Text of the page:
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Railways in

Nigeria

The first railway in Nigeria was opened in 1898 between Lagos and Abeokuta, a distance of 96km. In common with the railways of other British colonies in Africa, the chosen gauge was 3ft 6in (1067mm), and this gauge was used for subsequent expansion.

The present day network extends to some 3500km of route and reaches many parts of the country, although given the huge land area coverage is sparse. In the early part of the 21st century lines were very run down and underutilized; however it was reported in 2014 that a program of reconstruction and rehabilitation was largely complete, except in the northeastern provinces of Borno and Yobe where terrorist activity conitinues to be a problem.

In 1991 new 277km standard (1435mm) gauge line opened to connect iron ore workings in the Itakpe area with steel works at Ajaokuta. Proposals to extend the line from Ajaokuta to a coastal port at Warri (a distance of around 275km) emerged soon afterwards, but construction was delayed by political and financial difficulties. Work was eventually completed in 2013.

In 2012, construction commemced on a new 181kn standard gauge line from Lagos to Ibadan. Various delays to its completion have occurred and opening is not expected before 2018.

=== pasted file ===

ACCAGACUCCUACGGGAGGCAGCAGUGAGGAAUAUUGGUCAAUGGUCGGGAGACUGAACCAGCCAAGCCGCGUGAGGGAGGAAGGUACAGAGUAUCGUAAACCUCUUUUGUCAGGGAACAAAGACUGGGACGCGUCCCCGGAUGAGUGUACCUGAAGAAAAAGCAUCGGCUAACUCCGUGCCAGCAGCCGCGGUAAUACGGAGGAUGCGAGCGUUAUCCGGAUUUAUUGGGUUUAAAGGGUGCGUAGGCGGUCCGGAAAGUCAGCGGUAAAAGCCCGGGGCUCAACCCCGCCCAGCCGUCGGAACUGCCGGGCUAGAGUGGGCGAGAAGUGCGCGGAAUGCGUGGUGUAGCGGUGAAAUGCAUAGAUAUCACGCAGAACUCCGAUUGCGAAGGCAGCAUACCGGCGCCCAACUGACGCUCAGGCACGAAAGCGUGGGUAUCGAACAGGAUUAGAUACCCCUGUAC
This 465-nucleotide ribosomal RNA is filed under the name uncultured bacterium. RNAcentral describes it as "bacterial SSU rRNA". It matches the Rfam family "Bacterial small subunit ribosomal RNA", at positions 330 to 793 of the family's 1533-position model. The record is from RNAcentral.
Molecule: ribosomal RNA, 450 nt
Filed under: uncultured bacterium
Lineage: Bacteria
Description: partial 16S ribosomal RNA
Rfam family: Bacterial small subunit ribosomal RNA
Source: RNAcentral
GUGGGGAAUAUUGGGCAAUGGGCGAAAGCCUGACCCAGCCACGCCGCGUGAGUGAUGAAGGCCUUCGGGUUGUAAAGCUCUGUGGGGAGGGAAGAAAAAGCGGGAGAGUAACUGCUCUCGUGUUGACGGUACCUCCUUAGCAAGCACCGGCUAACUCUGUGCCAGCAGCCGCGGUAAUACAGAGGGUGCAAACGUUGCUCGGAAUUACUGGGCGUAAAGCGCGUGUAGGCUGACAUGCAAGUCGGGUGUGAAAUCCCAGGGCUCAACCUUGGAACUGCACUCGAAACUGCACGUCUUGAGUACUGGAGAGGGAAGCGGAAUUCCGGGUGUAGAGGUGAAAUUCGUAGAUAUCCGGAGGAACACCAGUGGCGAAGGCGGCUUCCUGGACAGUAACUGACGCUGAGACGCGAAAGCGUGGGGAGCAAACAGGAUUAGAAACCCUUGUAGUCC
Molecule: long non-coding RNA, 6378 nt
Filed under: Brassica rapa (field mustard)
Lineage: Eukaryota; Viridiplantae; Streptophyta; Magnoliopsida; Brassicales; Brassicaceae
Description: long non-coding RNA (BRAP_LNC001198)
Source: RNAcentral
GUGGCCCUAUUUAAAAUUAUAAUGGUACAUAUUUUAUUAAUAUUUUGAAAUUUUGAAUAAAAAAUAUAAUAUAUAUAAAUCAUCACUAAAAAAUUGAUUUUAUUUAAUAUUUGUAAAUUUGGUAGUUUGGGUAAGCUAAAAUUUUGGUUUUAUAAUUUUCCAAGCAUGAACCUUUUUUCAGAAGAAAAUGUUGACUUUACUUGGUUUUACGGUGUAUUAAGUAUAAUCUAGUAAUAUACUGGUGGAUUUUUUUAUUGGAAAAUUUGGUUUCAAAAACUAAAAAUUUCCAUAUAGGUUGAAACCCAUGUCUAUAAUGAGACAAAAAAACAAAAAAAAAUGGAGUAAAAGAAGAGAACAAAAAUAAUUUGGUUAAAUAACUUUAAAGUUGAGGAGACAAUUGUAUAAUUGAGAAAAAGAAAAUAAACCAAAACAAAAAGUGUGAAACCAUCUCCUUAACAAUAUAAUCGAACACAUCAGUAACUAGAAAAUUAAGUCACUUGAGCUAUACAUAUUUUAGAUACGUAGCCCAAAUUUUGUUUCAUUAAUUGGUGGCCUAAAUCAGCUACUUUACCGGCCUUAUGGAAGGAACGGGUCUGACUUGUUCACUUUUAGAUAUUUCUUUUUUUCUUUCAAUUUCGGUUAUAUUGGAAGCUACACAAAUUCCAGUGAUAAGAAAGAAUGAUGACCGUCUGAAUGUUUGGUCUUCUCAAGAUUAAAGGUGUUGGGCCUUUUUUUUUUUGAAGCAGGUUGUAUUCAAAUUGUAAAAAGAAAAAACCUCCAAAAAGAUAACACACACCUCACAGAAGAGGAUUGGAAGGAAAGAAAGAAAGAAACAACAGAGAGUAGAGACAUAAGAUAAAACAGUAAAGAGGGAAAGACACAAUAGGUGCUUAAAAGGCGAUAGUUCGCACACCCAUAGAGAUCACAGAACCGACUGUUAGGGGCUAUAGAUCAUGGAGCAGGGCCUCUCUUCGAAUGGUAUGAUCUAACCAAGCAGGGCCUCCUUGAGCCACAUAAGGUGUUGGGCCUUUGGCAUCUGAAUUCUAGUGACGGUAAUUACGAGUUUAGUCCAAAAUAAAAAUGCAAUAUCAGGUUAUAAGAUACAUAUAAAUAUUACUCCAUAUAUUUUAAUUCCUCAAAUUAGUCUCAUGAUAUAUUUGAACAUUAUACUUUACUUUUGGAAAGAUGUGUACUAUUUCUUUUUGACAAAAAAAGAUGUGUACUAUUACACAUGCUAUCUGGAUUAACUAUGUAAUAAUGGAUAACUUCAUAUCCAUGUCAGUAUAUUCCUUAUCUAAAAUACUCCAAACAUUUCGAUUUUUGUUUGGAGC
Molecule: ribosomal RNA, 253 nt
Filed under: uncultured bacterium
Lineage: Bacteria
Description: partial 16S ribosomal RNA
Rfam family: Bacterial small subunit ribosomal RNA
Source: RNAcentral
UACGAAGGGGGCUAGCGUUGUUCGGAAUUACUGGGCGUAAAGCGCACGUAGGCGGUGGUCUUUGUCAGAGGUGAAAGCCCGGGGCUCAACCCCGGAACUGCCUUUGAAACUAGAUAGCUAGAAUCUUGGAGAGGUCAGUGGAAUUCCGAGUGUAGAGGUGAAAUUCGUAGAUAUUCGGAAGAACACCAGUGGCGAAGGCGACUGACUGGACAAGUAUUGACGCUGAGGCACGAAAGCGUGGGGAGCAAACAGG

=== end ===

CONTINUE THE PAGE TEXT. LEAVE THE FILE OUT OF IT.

In 2014, a new 186km standard gauge line from Abuja to Kaduna was completed. Freight services commenced the following year, passenger services from May, 2016.

Also in 2014, a contract was signed for the construction of a new standard gauge railway serving the coastal area between Lagos and Calabar.

In 2015, a contract was signed for the construction of a 334km commuter rail network in Ogun state, north of Lagos. The first line would run from Abeokuta to Ijebu Ode.

In 2017, funding was approved for a new 305km standard gauge line from Kaduna to Kano; plans were announced for a new 275km line linking the steel works at Ajaokuta with the Agbaja Iron Ore Project in Kogi State.

Light rail transit system are under construction or proposed in various cities. A number of monorail systems have been proposed but only that at Calabar appears to be progressing at the present time.

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